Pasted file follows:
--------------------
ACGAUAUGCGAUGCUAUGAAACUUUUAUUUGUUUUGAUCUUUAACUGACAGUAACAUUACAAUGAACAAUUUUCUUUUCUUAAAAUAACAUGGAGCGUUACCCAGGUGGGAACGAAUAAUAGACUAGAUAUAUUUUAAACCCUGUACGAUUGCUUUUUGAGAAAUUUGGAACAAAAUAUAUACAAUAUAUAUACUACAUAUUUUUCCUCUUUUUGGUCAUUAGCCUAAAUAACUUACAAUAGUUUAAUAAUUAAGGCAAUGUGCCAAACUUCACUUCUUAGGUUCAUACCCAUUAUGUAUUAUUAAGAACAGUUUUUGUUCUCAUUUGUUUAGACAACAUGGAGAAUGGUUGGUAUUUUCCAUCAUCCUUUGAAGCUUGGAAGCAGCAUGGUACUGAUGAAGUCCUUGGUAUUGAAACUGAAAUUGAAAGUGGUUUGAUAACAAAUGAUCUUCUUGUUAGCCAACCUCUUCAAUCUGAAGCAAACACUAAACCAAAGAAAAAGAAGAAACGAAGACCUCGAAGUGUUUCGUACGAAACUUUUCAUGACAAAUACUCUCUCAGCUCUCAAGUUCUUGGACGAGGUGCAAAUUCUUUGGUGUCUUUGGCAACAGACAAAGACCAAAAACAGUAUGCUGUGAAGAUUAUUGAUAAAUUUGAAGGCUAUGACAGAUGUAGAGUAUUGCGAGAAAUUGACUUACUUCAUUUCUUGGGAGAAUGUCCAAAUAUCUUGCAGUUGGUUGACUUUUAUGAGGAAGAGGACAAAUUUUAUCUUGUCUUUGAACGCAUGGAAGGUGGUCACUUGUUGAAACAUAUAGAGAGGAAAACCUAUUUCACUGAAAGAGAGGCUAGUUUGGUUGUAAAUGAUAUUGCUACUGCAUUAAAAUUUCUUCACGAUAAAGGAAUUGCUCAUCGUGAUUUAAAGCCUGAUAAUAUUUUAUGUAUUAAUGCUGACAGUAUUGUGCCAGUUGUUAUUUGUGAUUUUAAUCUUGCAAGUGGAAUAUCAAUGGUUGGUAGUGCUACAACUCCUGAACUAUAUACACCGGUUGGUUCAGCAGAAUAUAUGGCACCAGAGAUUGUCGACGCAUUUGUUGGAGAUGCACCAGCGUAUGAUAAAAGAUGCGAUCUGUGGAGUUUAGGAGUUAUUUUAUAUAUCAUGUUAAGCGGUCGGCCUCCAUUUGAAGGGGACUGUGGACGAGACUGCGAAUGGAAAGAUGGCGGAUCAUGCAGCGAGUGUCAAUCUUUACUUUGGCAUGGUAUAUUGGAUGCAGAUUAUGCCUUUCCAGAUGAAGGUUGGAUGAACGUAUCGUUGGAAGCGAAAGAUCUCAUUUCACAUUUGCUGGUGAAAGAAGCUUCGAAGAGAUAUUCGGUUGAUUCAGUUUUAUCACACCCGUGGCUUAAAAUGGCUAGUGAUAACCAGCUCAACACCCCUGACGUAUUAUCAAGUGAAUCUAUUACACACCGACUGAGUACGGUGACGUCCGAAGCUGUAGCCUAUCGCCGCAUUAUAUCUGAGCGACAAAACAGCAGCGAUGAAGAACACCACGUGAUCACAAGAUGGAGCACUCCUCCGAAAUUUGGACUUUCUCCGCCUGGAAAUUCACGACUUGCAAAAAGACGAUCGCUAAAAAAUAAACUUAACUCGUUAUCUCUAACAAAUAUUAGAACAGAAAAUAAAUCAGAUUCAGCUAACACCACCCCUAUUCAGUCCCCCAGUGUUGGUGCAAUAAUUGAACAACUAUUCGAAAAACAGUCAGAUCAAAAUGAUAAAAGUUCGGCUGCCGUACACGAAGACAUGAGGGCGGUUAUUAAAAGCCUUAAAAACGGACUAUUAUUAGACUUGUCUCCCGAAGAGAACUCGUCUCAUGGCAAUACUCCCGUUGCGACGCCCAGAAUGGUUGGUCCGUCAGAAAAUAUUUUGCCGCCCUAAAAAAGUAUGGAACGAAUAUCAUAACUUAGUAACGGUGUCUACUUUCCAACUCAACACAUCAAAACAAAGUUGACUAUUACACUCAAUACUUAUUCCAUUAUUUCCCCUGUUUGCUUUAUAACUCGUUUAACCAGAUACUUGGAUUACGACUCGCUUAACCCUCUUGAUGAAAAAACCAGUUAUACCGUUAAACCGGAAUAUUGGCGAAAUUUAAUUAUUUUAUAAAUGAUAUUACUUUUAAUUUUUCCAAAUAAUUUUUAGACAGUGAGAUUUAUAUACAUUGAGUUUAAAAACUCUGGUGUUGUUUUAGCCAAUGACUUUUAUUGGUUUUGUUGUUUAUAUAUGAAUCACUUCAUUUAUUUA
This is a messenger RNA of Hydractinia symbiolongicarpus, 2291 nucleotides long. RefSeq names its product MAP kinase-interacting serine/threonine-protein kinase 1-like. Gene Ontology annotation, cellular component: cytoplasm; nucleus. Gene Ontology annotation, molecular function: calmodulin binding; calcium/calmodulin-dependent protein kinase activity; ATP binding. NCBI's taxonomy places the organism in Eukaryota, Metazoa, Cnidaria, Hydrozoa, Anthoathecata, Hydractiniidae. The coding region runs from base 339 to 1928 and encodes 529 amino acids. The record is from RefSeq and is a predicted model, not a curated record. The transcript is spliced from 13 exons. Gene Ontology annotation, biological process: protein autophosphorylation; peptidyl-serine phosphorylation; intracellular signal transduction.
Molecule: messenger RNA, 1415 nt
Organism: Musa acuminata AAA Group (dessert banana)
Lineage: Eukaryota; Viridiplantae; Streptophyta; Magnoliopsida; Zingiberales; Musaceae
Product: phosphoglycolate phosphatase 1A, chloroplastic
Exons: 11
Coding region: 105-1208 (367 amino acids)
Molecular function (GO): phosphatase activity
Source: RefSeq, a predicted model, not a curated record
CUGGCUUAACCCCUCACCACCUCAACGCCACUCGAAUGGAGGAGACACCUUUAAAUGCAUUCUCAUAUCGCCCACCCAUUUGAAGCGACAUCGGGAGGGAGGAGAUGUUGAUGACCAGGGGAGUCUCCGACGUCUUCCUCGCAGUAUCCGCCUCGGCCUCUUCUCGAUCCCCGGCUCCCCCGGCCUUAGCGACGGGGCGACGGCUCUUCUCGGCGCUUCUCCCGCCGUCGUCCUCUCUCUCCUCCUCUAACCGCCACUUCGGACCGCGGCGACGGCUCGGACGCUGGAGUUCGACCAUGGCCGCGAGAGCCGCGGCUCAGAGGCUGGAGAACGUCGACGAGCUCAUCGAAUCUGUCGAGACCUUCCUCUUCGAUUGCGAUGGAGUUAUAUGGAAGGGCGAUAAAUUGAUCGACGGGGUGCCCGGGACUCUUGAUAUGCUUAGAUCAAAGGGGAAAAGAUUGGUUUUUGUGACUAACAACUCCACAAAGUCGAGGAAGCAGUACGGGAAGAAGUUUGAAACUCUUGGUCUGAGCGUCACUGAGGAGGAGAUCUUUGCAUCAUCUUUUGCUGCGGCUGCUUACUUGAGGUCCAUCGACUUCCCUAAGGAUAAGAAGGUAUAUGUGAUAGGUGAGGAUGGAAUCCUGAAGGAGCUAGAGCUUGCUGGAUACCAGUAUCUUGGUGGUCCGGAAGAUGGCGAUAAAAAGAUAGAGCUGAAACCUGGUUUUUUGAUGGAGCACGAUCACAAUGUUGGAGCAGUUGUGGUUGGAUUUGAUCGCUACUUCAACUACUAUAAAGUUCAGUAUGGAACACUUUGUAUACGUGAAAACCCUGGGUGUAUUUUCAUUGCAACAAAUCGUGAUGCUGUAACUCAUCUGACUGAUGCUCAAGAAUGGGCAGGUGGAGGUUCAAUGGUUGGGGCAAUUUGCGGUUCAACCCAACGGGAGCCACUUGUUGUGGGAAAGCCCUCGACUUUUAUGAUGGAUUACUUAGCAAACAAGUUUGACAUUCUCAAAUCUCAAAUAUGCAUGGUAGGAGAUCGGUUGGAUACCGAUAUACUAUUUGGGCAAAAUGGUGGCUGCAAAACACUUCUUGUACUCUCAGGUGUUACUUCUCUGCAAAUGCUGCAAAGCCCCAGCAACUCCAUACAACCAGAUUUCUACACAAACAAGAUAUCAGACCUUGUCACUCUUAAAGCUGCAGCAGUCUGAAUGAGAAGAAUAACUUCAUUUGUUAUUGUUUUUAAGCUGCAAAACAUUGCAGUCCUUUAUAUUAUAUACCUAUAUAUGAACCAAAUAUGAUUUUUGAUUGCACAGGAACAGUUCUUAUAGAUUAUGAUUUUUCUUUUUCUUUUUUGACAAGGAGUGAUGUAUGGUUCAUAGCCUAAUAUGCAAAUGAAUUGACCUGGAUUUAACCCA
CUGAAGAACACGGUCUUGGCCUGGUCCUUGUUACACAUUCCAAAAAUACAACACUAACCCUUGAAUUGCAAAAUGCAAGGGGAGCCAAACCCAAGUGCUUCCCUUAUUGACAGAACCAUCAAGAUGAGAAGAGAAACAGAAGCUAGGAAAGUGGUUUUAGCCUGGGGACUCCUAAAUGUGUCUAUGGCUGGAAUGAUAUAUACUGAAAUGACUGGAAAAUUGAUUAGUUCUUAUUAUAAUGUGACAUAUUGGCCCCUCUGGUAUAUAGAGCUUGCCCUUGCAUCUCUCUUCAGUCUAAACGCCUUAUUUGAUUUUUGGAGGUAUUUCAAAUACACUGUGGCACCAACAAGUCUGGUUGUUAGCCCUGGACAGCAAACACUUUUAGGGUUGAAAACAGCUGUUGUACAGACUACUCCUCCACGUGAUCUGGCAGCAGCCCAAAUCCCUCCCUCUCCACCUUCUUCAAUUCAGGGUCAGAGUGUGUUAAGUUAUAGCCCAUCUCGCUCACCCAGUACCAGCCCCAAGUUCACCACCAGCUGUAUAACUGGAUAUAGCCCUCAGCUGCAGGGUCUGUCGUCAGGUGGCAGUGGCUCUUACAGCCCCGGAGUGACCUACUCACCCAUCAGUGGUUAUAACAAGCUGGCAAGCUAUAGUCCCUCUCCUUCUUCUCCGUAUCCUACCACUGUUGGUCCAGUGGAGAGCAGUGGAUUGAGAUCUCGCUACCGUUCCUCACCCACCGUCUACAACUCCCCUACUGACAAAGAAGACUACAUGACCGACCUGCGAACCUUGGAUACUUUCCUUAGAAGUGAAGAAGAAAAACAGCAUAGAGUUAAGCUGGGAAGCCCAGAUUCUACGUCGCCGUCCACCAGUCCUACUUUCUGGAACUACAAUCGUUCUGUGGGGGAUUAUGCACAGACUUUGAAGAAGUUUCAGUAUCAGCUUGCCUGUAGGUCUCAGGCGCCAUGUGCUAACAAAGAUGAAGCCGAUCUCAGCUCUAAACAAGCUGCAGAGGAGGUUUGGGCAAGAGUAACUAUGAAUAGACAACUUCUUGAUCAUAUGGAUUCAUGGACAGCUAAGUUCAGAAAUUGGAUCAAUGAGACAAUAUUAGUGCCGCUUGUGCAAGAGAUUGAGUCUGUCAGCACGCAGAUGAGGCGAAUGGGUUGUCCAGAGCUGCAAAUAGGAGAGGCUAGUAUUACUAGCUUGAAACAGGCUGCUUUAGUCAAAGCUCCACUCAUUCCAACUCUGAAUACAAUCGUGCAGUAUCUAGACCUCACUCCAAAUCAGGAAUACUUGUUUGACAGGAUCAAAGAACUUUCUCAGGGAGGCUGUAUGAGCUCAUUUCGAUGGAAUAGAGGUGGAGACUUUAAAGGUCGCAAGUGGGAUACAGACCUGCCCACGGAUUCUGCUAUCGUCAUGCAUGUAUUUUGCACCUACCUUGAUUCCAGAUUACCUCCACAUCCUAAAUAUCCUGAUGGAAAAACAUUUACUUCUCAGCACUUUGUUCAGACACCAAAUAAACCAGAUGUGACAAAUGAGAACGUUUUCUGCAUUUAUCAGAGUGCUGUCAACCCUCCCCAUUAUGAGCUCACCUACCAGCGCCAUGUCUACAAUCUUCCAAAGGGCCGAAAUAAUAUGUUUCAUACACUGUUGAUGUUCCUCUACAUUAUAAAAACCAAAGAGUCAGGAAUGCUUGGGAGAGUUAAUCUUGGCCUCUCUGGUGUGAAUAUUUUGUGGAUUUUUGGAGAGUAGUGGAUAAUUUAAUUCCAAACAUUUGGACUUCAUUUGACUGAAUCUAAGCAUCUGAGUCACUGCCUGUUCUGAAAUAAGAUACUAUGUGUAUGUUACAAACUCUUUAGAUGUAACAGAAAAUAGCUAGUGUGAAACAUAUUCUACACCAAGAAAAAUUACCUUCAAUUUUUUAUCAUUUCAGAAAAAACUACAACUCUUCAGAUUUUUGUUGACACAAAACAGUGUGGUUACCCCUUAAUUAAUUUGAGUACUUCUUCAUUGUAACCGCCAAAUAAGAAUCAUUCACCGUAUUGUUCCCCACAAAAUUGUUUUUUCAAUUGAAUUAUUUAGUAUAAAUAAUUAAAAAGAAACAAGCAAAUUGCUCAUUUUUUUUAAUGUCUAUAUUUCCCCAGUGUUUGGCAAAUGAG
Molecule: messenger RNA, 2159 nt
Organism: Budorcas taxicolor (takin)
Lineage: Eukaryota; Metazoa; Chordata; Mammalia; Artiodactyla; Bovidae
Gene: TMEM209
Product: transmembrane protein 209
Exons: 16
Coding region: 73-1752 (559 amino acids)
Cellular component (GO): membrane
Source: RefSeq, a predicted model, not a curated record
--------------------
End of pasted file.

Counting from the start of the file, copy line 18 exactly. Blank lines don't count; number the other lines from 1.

Exons: 16